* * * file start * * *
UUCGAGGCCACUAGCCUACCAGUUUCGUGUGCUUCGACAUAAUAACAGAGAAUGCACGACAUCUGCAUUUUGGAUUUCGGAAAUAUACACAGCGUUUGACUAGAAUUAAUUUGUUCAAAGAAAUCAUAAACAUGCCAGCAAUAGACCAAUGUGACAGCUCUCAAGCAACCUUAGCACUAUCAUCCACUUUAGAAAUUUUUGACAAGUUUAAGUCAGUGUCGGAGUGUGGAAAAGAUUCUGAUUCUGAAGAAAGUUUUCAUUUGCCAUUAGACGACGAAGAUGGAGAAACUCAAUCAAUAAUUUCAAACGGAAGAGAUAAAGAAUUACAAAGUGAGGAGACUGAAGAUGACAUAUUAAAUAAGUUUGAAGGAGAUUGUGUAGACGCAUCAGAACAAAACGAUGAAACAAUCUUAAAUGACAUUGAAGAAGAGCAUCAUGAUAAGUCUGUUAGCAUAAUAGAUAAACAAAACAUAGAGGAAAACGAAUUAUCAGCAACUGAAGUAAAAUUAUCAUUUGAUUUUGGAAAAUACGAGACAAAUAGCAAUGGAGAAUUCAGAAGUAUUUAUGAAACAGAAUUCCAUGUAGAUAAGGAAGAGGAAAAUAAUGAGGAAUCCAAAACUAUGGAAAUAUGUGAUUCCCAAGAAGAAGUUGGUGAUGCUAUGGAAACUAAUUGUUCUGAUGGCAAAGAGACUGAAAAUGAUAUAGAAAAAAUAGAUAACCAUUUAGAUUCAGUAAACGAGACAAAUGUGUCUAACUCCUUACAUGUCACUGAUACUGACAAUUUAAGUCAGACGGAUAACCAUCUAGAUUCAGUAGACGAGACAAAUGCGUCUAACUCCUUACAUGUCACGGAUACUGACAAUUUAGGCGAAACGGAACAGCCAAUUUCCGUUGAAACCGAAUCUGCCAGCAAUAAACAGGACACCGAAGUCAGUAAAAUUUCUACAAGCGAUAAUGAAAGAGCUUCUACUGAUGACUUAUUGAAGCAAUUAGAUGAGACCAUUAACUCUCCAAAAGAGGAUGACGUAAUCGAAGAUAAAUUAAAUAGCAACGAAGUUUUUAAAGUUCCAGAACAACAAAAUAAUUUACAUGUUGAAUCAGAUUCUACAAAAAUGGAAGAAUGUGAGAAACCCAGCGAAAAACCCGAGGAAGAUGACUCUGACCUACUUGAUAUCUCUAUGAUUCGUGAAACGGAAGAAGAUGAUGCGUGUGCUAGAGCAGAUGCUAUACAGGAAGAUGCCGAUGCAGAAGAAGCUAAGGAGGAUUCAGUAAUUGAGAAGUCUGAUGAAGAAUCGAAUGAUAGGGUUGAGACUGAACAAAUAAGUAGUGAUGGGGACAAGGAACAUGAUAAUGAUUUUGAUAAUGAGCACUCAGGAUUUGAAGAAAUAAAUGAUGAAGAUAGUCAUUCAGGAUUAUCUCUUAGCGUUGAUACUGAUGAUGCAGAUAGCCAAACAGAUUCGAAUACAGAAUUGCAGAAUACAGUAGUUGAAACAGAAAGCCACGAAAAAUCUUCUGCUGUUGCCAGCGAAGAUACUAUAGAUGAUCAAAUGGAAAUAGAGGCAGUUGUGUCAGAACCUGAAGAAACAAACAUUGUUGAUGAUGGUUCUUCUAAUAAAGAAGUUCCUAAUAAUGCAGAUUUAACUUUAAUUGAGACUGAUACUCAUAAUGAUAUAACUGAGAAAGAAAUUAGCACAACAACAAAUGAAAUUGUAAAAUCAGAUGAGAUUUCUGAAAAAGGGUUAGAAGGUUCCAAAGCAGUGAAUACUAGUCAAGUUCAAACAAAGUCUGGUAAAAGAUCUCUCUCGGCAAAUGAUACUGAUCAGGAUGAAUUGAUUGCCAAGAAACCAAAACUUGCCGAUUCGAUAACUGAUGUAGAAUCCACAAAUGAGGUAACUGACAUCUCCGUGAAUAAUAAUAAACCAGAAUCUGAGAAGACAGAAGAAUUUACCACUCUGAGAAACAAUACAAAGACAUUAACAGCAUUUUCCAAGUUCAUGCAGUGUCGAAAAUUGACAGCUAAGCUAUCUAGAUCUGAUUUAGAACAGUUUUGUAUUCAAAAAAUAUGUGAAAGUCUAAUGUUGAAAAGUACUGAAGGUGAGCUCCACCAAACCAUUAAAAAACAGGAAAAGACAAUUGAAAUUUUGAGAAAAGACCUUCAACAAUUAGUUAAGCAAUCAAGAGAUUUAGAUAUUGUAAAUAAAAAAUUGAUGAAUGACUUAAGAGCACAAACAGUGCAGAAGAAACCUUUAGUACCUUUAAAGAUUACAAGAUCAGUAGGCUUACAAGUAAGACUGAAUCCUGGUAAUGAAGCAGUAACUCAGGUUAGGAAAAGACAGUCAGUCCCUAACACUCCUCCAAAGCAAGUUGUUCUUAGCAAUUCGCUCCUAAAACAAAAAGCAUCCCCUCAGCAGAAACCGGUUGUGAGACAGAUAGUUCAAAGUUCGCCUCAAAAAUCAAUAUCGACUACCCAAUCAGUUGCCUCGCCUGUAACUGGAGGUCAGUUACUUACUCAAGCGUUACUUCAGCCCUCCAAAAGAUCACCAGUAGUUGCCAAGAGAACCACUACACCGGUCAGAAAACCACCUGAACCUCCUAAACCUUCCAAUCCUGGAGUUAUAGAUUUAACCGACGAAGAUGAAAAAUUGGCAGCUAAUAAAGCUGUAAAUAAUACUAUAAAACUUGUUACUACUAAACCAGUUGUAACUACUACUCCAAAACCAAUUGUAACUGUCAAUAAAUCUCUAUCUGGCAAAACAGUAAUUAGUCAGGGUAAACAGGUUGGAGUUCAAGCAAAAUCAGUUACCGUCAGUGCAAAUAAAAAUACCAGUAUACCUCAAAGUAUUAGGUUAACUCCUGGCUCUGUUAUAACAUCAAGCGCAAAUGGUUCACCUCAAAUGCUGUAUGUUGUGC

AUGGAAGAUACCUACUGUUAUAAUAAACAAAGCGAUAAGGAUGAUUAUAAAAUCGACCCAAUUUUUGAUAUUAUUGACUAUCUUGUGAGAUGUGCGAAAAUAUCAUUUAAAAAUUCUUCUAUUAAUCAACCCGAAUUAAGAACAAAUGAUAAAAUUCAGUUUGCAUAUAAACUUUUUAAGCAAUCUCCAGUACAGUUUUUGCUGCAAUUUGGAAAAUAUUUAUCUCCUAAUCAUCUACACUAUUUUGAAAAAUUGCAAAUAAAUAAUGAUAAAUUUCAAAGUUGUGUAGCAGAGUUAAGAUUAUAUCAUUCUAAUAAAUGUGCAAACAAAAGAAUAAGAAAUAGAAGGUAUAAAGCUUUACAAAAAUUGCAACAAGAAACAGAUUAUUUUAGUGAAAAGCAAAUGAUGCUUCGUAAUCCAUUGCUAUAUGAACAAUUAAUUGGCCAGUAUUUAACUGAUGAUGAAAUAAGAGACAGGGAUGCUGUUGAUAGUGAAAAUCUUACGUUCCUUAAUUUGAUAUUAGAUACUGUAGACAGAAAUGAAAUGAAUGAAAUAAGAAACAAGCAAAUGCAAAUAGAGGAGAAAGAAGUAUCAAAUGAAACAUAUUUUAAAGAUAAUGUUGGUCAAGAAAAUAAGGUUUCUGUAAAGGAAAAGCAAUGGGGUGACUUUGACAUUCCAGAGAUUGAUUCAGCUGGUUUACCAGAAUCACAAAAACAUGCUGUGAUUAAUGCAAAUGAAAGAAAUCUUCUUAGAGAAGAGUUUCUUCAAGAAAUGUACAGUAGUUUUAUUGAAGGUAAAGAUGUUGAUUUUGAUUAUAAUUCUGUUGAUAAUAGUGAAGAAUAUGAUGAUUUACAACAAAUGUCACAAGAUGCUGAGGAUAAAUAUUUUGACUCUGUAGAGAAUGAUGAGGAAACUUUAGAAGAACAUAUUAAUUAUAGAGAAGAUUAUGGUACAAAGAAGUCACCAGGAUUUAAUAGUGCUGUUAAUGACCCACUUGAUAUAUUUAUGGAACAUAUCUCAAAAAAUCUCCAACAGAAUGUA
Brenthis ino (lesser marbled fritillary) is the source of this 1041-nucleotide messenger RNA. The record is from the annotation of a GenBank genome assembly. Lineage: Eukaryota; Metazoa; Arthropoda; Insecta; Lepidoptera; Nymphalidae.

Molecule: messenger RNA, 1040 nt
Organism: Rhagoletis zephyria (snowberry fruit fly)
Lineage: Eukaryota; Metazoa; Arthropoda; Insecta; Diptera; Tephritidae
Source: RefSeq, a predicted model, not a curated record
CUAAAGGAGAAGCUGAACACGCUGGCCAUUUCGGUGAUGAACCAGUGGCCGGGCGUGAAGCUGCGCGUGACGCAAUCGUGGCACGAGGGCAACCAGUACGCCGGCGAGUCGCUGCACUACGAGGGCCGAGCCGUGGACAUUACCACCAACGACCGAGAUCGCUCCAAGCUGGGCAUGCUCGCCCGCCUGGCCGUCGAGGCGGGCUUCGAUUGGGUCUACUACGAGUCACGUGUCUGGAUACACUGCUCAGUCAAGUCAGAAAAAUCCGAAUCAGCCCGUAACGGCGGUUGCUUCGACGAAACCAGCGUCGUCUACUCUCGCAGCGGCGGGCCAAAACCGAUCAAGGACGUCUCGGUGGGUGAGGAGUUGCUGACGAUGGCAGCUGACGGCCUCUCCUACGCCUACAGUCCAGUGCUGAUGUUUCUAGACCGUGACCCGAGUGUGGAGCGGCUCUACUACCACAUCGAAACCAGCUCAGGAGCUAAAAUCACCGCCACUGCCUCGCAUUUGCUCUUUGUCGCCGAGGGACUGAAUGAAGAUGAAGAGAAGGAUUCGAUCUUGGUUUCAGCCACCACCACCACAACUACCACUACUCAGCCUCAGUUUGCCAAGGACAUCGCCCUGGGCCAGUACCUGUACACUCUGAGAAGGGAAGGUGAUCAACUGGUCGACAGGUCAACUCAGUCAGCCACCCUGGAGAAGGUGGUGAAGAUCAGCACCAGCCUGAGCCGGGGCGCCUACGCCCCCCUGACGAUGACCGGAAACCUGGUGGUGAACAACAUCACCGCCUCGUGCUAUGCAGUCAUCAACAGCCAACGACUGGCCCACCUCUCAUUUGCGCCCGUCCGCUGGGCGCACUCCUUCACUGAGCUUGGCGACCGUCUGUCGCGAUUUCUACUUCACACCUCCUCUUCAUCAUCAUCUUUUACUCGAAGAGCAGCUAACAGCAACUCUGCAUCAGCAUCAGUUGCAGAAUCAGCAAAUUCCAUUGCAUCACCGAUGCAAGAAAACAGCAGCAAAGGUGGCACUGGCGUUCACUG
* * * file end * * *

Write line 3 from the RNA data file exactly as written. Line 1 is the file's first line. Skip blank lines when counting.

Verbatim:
Brenthis ino (lesser marbled fritillary) is the source of this 1041-nucleotide messenger RNA. The record is from the annotation of a GenBank genome assembly. Lineage: Eukaryota; Metazoa; Arthropoda; Insecta; Lepidoptera; Nymphalidae.